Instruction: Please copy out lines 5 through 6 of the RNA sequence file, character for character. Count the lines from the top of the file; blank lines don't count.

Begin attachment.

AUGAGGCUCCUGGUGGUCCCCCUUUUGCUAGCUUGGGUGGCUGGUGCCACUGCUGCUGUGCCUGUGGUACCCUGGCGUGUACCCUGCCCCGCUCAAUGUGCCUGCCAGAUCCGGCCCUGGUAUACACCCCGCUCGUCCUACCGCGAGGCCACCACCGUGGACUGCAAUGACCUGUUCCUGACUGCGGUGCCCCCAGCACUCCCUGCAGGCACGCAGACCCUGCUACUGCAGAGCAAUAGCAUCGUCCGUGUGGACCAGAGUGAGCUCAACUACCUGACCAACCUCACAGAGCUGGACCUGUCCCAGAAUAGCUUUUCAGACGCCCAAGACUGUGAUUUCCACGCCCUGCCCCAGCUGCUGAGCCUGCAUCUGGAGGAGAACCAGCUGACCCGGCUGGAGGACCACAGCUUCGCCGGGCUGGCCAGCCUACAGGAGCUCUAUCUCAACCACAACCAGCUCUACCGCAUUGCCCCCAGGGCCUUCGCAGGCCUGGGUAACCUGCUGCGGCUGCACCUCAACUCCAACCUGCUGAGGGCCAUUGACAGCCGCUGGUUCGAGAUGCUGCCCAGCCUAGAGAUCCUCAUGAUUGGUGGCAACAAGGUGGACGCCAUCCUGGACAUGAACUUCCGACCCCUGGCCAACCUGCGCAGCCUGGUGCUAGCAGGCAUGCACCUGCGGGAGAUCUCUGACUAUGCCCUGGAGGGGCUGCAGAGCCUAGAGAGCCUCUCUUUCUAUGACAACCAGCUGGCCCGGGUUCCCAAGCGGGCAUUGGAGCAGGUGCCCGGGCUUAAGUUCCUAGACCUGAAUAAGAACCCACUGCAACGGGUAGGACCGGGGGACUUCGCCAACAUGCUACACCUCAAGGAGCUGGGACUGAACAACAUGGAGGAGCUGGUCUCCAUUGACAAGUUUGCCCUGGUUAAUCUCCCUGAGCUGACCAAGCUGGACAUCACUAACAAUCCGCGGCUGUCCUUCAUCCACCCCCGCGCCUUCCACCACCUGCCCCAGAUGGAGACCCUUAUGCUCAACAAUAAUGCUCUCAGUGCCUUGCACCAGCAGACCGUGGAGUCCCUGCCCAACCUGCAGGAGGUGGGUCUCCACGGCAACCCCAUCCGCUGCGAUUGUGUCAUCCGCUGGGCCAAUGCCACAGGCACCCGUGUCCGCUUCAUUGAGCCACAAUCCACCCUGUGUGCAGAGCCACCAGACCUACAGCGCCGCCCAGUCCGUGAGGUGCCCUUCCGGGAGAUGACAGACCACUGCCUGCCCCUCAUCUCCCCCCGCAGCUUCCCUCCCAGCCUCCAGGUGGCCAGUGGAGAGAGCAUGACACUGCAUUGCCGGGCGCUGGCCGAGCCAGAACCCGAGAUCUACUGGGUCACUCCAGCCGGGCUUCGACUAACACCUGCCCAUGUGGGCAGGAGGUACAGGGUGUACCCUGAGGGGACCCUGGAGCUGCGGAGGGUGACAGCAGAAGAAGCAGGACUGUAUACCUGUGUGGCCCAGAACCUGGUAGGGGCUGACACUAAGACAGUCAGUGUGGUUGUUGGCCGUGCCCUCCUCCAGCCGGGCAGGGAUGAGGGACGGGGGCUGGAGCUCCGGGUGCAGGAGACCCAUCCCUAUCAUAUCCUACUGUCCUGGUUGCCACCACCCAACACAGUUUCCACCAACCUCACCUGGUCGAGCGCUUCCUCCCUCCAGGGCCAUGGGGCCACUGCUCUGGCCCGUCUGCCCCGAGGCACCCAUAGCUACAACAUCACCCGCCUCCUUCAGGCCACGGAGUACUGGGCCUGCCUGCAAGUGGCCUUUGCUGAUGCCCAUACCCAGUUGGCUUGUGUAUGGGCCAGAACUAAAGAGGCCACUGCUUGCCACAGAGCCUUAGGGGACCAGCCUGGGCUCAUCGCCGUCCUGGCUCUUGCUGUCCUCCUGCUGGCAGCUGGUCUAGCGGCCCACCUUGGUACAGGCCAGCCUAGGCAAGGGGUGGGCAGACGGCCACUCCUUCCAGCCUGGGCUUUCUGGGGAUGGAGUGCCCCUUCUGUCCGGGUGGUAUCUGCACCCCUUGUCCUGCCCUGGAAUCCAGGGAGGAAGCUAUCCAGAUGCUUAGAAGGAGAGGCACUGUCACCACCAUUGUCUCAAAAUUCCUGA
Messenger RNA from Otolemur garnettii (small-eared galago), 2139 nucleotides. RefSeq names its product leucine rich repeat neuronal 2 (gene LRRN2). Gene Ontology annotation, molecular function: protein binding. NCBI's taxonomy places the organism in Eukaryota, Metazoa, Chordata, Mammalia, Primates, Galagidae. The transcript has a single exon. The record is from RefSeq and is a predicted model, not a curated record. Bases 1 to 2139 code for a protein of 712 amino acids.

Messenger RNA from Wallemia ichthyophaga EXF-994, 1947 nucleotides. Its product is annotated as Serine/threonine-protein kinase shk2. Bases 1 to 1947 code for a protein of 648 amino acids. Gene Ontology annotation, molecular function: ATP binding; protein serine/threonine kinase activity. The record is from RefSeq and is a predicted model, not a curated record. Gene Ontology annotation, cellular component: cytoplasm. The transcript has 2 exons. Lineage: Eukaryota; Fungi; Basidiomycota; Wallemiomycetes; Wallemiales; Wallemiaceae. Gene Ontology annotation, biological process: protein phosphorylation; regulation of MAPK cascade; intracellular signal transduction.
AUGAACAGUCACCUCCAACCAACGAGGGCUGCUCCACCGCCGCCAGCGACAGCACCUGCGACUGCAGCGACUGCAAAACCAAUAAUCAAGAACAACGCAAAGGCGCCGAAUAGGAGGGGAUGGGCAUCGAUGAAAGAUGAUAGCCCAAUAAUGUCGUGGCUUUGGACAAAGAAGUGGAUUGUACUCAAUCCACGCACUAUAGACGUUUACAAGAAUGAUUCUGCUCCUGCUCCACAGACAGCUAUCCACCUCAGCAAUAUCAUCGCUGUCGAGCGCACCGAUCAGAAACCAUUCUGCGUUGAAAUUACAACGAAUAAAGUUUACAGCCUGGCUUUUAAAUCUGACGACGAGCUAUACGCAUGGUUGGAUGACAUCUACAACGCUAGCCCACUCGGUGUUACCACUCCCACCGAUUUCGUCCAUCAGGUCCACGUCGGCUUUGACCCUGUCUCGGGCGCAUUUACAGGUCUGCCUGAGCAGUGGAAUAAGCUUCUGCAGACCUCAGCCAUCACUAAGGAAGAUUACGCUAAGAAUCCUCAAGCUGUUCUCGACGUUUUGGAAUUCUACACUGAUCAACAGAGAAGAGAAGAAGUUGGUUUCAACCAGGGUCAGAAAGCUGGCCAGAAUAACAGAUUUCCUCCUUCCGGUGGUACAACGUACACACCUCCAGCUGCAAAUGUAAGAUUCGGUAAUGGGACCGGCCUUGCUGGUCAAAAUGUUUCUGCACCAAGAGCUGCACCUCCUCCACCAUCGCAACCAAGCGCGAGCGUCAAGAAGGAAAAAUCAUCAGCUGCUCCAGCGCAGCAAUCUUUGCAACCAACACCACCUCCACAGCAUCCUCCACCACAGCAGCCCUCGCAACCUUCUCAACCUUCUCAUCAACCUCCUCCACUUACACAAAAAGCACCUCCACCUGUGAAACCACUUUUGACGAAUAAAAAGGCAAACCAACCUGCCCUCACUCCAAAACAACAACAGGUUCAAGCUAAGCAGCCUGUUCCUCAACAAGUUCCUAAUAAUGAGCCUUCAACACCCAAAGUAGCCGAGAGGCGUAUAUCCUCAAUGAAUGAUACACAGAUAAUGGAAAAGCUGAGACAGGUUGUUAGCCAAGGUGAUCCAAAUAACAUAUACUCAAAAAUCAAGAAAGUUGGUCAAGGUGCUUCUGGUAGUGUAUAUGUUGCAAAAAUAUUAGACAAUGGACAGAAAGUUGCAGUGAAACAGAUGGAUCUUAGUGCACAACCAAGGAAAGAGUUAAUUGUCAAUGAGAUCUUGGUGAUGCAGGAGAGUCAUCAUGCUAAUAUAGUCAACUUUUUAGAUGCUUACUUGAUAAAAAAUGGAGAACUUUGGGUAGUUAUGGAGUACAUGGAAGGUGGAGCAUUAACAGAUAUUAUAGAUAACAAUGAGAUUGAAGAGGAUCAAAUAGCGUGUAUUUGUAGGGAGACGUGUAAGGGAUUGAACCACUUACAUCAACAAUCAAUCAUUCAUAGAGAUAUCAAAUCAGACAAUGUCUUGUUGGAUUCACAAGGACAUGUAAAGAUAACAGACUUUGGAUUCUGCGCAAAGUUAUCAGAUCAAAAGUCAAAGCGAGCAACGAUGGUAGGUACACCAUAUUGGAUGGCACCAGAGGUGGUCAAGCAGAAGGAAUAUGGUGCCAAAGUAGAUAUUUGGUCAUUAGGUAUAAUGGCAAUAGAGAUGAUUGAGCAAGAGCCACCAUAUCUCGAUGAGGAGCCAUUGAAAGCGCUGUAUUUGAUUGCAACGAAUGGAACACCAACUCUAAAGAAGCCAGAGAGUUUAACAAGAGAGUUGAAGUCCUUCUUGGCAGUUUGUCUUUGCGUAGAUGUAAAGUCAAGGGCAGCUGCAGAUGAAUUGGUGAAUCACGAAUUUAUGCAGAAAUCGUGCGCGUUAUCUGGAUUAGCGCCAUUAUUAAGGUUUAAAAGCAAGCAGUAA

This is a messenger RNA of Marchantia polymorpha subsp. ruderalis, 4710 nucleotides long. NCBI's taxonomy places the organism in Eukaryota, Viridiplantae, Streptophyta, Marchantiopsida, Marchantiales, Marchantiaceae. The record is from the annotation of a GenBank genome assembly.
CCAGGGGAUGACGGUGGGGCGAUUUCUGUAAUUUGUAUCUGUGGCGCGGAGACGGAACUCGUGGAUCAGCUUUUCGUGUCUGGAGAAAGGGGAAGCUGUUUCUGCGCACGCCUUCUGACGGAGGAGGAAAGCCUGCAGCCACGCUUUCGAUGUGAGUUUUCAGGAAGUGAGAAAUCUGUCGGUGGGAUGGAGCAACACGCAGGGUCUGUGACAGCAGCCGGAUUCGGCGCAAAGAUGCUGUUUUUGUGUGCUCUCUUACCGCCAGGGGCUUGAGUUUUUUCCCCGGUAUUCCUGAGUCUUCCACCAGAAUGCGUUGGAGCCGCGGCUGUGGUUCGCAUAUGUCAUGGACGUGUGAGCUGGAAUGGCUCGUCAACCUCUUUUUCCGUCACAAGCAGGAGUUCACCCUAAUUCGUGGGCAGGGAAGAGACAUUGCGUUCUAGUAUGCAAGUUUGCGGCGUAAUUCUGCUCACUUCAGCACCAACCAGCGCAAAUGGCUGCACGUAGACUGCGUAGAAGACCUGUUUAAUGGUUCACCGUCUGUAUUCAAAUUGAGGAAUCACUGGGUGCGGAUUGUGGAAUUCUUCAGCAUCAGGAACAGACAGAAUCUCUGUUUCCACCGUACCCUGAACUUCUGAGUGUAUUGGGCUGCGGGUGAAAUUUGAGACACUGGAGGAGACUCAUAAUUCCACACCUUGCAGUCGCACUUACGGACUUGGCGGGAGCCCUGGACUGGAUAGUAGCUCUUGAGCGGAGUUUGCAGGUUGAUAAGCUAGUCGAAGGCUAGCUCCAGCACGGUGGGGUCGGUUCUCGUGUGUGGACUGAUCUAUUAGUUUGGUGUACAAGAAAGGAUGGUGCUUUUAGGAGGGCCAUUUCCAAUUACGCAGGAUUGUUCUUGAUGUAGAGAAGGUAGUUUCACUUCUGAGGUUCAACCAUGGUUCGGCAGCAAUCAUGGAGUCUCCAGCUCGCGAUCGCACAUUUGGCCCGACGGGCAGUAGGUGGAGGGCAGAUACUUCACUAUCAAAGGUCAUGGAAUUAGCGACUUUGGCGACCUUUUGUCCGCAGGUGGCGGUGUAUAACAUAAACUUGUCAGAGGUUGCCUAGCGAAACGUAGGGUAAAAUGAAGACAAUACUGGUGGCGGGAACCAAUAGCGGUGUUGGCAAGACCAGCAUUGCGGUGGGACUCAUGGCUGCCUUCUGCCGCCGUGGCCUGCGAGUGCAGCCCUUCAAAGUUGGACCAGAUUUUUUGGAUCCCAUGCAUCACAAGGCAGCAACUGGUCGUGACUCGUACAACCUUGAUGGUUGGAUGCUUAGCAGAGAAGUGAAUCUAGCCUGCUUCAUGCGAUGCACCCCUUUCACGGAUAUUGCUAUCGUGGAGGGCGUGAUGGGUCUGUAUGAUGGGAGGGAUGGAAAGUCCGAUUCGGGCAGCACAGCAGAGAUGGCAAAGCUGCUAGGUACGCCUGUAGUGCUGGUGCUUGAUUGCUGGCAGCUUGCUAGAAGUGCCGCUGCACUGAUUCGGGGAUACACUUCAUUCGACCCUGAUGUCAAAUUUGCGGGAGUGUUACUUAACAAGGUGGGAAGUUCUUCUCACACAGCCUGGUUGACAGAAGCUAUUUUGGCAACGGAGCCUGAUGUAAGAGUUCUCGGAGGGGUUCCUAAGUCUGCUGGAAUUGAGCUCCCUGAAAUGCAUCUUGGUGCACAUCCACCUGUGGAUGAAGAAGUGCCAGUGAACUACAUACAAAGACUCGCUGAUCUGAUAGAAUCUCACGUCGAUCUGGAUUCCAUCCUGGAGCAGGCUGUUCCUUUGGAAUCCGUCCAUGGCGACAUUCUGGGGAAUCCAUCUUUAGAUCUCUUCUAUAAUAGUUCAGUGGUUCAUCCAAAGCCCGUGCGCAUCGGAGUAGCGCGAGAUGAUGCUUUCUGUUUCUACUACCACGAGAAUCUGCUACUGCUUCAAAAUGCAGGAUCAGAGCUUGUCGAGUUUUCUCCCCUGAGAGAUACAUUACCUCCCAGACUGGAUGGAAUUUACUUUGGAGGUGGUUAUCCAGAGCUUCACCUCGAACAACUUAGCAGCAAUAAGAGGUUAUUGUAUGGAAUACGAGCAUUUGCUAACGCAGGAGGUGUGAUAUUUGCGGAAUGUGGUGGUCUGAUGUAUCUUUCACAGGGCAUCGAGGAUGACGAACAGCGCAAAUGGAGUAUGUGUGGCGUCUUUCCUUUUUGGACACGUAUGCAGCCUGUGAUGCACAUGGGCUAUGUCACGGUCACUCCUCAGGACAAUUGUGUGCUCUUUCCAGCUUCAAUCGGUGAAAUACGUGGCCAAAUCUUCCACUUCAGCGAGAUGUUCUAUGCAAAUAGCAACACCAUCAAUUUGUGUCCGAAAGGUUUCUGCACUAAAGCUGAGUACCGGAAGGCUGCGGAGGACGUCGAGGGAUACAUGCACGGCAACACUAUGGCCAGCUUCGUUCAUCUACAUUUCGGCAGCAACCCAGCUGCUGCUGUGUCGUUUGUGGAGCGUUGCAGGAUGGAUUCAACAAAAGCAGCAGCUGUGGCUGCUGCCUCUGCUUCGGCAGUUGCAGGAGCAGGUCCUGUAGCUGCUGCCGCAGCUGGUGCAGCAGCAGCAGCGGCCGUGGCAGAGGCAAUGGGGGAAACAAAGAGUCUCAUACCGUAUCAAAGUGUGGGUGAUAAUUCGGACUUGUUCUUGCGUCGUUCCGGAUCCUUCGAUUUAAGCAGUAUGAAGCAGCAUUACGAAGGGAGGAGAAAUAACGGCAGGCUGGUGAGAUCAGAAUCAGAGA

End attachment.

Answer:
This is a messenger RNA of Marchantia polymorpha subsp. ruderalis, 4710 nucleotides long. NCBI's taxonomy places the organism in Eukaryota, Viridiplantae, Streptophyta, Marchantiopsida, Marchantiales, Marchantiaceae. The record is from the annotation of a GenBank genome assembly.
CCAGGGGAUGACGGUGGGGCGAUUUCUGUAAUUUGUAUCUGUGGCGCGGAGACGGAACUCGUGGAUCAGCUUUUCGUGUCUGGAGAAAGGGGAAGCUGUUUCUGCGCACGCCUUCUGACGGAGGAGGAAAGCCUGCAGCCACGCUUUCGAUGUGAGUUUUCAGGAAGUGAGAAAUCUGUCGGUGGGAUGGAGCAACACGCAGGGUCUGUGACAGCAGCCGGAUUCGGCGCAAAGAUGCUGUUUUUGUGUGCUCUCUUACCGCCAGGGGCUUGAGUUUUUUCCCCGGUAUUCCUGAGUCUUCCACCAGAAUGCGUUGGAGCCGCGGCUGUGGUUCGCAUAUGUCAUGGACGUGUGAGCUGGAAUGGCUCGUCAACCUCUUUUUCCGUCACAAGCAGGAGUUCACCCUAAUUCGUGGGCAGGGAAGAGACAUUGCGUUCUAGUAUGCAAGUUUGCGGCGUAAUUCUGCUCACUUCAGCACCAACCAGCGCAAAUGGCUGCACGUAGACUGCGUAGAAGACCUGUUUAAUGGUUCACCGUCUGUAUUCAAAUUGAGGAAUCACUGGGUGCGGAUUGUGGAAUUCUUCAGCAUCAGGAACAGACAGAAUCUCUGUUUCCACCGUACCCUGAACUUCUGAGUGUAUUGGGCUGCGGGUGAAAUUUGAGACACUGGAGGAGACUCAUAAUUCCACACCUUGCAGUCGCACUUACGGACUUGGCGGGAGCCCUGGACUGGAUAGUAGCUCUUGAGCGGAGUUUGCAGGUUGAUAAGCUAGUCGAAGGCUAGCUCCAGCACGGUGGGGUCGGUUCUCGUGUGUGGACUGAUCUAUUAGUUUGGUGUACAAGAAAGGAUGGUGCUUUUAGGAGGGCCAUUUCCAAUUACGCAGGAUUGUUCUUGAUGUAGAGAAGGUAGUUUCACUUCUGAGGUUCAACCAUGGUUCGGCAGCAAUCAUGGAGUCUCCAGCUCGCGAUCGCACAUUUGGCCCGACGGGCAGUAGGUGGAGGGCAGAUACUUCACUAUCAAAGGUCAUGGAAUUAGCGACUUUGGCGACCUUUUGUCCGCAGGUGGCGGUGUAUAACAUAAACUUGUCAGAGGUUGCCUAGCGAAACGUAGGGUAAAAUGAAGACAAUACUGGUGGCGGGAACCAAUAGCGGUGUUGGCAAGACCAGCAUUGCGGUGGGACUCAUGGCUGCCUUCUGCCGCCGUGGCCUGCGAGUGCAGCCCUUCAAAGUUGGACCAGAUUUUUUGGAUCCCAUGCAUCACAAGGCAGCAACUGGUCGUGACUCGUACAACCUUGAUGGUUGGAUGCUUAGCAGAGAAGUGAAUCUAGCCUGCUUCAUGCGAUGCACCCCUUUCACGGAUAUUGCUAUCGUGGAGGGCGUGAUGGGUCUGUAUGAUGGGAGGGAUGGAAAGUCCGAUUCGGGCAGCACAGCAGAGAUGGCAAAGCUGCUAGGUACGCCUGUAGUGCUGGUGCUUGAUUGCUGGCAGCUUGCUAGAAGUGCCGCUGCACUGAUUCGGGGAUACACUUCAUUCGACCCUGAUGUCAAAUUUGCGGGAGUGUUACUUAACAAGGUGGGAAGUUCUUCUCACACAGCCUGGUUGACAGAAGCUAUUUUGGCAACGGAGCCUGAUGUAAGAGUUCUCGGAGGGGUUCCUAAGUCUGCUGGAAUUGAGCUCCCUGAAAUGCAUCUUGGUGCACAUCCACCUGUGGAUGAAGAAGUGCCAGUGAACUACAUACAAAGACUCGCUGAUCUGAUAGAAUCUCACGUCGAUCUGGAUUCCAUCCUGGAGCAGGCUGUUCCUUUGGAAUCCGUCCAUGGCGACAUUCUGGGGAAUCCAUCUUUAGAUCUCUUCUAUAAUAGUUCAGUGGUUCAUCCAAAGCCCGUGCGCAUCGGAGUAGCGCGAGAUGAUGCUUUCUGUUUCUACUACCACGAGAAUCUGCUACUGCUUCAAAAUGCAGGAUCAGAGCUUGUCGAGUUUUCUCCCCUGAGAGAUACAUUACCUCCCAGACUGGAUGGAAUUUACUUUGGAGGUGGUUAUCCAGAGCUUCACCUCGAACAACUUAGCAGCAAUAAGAGGUUAUUGUAUGGAAUACGAGCAUUUGCUAACGCAGGAGGUGUGAUAUUUGCGGAAUGUGGUGGUCUGAUGUAUCUUUCACAGGGCAUCGAGGAUGACGAACAGCGCAAAUGGAGUAUGUGUGGCGUCUUUCCUUUUUGGACACGUAUGCAGCCUGUGAUGCACAUGGGCUAUGUCACGGUCACUCCUCAGGACAAUUGUGUGCUCUUUCCAGCUUCAAUCGGUGAAAUACGUGGCCAAAUCUUCCACUUCAGCGAGAUGUUCUAUGCAAAUAGCAACACCAUCAAUUUGUGUCCGAAAGGUUUCUGCACUAAAGCUGAGUACCGGAAGGCUGCGGAGGACGUCGAGGGAUACAUGCACGGCAACACUAUGGCCAGCUUCGUUCAUCUACAUUUCGGCAGCAACCCAGCUGCUGCUGUGUCGUUUGUGGAGCGUUGCAGGAUGGAUUCAACAAAAGCAGCAGCUGUGGCUGCUGCCUCUGCUUCGGCAGUUGCAGGAGCAGGUCCUGUAGCUGCUGCCGCAGCUGGUGCAGCAGCAGCAGCGGCCGUGGCAGAGGCAAUGGGGGAAACAAAGAGUCUCAUACCGUAUCAAAGUGUGGGUGAUAAUUCGGACUUGUUCUUGCGUCGUUCCGGAUCCUUCGAUUUAAGCAGUAUGAAGCAGCAUUACGAAGGGAGGAGAAAUAACGGCAGGCUGGUGAGAUCAGAAUCAGAGA